The Mitha Ram Hostel housed many of the country’s brightest minds in their formative years. It will now serve to detain criminals.
No longer do its halls ring with the careless laughter of youth in their prime years. Its current occupiers, the Rangers, have a much more serious demeanour. For the latter, security trumps all. Once a hotbed of student activity, the hostel is now jealously guarded against all ‘intruders’.
In 1994, the Heritage Foundation lobbied for a legislation to protect heritage sites in the city. Their efforts culminated in the promulgation of the Sindh Cultural Heritage (Preservation) Act, 1994. Mitha Ram Hostel was one of the 600 buildings declared to be protected under the Act.
Architect Yasmeen Lari was one of the members of the foundation at the time the law was passed. She remembers it as a huge achievement that was hoped to preserve the city’s identity and heritage. Things quite haven’t gone according to plan, though.
The Rangers took over the building a year after the Sindh government had sworn to protect it by law. It was around the same time that several other student hostels along with the Jinnah Courts fell under Rangers’ occupation. Several times, they were requested to leave. Each time, an unlikely event delayed the move.
In 2009, the then interior minister Rehman Malik had announced that the Rangers would evacuate the premises in two months. Subsequently, the Sindh government had proclaimed it would be converted into a museum. That never came about.
Historian Kaleemullah Lashari claims he is the official custodian of the building by virtue of his position as the chairperson of the Sindh government’s board of antiquities and physical heritage. He says he had started renovation work in 2010. “We had refurbished the second floor and were half done with the first floor when the Rangers denied us access to the building.” He said the Rangers had cited security concerns in the wake of the Paposh blast to deny them entry into the building.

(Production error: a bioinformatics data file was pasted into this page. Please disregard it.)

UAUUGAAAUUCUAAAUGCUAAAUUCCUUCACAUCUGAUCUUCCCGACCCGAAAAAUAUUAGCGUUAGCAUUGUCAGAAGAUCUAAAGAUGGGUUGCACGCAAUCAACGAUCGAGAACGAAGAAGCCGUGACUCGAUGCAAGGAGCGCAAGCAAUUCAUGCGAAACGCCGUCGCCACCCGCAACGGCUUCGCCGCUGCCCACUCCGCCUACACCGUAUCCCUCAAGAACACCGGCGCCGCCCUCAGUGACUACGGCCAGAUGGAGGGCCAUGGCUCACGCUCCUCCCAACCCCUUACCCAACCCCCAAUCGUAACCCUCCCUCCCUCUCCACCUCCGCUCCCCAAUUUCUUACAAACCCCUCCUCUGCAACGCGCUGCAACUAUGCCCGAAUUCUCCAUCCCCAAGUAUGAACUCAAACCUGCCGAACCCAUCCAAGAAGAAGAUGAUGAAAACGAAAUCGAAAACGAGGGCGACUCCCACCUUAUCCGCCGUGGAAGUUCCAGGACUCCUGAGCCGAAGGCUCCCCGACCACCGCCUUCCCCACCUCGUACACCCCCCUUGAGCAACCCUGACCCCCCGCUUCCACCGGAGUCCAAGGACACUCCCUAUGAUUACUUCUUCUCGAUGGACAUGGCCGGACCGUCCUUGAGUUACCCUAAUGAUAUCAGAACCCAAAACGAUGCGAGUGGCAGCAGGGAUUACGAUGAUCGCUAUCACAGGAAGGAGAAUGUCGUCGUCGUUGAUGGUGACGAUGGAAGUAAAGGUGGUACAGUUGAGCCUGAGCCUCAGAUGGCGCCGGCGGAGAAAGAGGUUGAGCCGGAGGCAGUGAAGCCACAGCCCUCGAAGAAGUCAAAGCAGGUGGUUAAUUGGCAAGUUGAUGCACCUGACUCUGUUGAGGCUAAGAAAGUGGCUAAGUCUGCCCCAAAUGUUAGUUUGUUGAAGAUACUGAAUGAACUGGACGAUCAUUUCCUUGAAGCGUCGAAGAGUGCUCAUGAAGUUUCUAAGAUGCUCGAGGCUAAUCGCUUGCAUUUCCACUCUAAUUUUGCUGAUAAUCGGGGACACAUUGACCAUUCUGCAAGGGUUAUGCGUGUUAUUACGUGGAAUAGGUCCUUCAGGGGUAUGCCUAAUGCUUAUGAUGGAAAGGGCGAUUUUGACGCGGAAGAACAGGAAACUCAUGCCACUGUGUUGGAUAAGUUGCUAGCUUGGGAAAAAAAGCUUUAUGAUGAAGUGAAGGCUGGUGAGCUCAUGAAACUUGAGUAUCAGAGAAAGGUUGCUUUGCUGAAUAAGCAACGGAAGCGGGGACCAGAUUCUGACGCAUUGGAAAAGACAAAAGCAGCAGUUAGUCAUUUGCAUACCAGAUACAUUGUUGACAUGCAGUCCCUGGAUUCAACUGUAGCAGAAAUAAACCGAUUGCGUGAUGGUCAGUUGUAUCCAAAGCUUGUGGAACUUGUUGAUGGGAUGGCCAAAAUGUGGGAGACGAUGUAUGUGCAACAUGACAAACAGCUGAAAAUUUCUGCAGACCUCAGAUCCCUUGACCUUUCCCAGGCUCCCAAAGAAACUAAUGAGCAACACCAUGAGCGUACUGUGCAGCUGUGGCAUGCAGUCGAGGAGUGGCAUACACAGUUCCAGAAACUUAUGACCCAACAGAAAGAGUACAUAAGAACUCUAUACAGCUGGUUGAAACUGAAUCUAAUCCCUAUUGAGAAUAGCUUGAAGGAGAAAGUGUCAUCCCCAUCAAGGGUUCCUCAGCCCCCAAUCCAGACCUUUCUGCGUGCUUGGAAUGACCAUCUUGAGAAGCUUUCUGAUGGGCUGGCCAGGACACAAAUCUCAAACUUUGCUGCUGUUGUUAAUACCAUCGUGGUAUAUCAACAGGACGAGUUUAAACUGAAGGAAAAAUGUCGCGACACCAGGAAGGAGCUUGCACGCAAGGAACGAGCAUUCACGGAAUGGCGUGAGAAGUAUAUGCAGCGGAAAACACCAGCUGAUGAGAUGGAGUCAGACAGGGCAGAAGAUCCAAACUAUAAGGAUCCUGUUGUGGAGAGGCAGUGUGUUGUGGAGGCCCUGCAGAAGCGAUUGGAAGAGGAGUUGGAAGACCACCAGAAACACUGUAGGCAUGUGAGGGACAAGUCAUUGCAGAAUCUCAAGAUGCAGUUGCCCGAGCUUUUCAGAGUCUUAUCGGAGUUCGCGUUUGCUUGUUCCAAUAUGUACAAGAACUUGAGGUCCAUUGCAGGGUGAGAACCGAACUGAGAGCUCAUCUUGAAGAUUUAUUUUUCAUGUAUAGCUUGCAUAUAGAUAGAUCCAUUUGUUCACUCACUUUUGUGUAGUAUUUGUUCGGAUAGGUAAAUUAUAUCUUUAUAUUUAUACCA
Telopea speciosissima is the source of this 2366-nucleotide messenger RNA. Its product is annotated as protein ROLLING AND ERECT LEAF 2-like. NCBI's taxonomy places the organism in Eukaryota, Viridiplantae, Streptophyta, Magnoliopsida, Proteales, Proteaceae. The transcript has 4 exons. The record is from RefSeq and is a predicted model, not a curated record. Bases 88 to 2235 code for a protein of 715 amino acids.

According to Lari, the hostel building was built between 1894 and 1901, to accommodate students of the DJ Science College and NED College. The building has a very unique structure, courtesy of its gabled ceiling, says Lashari. “It is one of only two such buildings in the city,” he explained. The hostel is also unique in its planning as it has long and wide corridors that ensure its rooms are kept cooler. “Only one other building – the old barracks of the Revenue Department, also known as Barrack 79, has this feature.”
Lari believes the hostel was possibly designed by architect James Strachan, who is credited with designing the Empress Market, Jinnah Courts and the Sindh Madrassah. It is a partial neo-gothic and neo-classical structure with the walls made of dressed Gizri stone. It was named after one of the main donors, Rao Bahadur Dewan Mitha Ram Gidumal. At the time of its inception, the premises comprised separate blocks or outhouses for messes, a mosque, separate bathrooms on the outside, a canteen several sports courts and a cricket ground. There were also independent quarters for the hostel staff and a laundry area for the students.
The main hostel building was a ground-plus-two-storey structure. The first and second floor had double bedrooms that accommodated two students in each room while the ground floor had single bedrooms, designated for final-year students.
At what price?
No student is allowed in anymore. The iron barriers, raised check posts and sandbags blocking the footpath are an ominous sign for ‘commoners’ to stay away. The architects and historians are most displeased. “At least leave the educational institutions alone,” says Lari. For her, the detention facility will mean guns and armoured vehicles, which will have a negative impact on the community that has already seen its fair share of violence.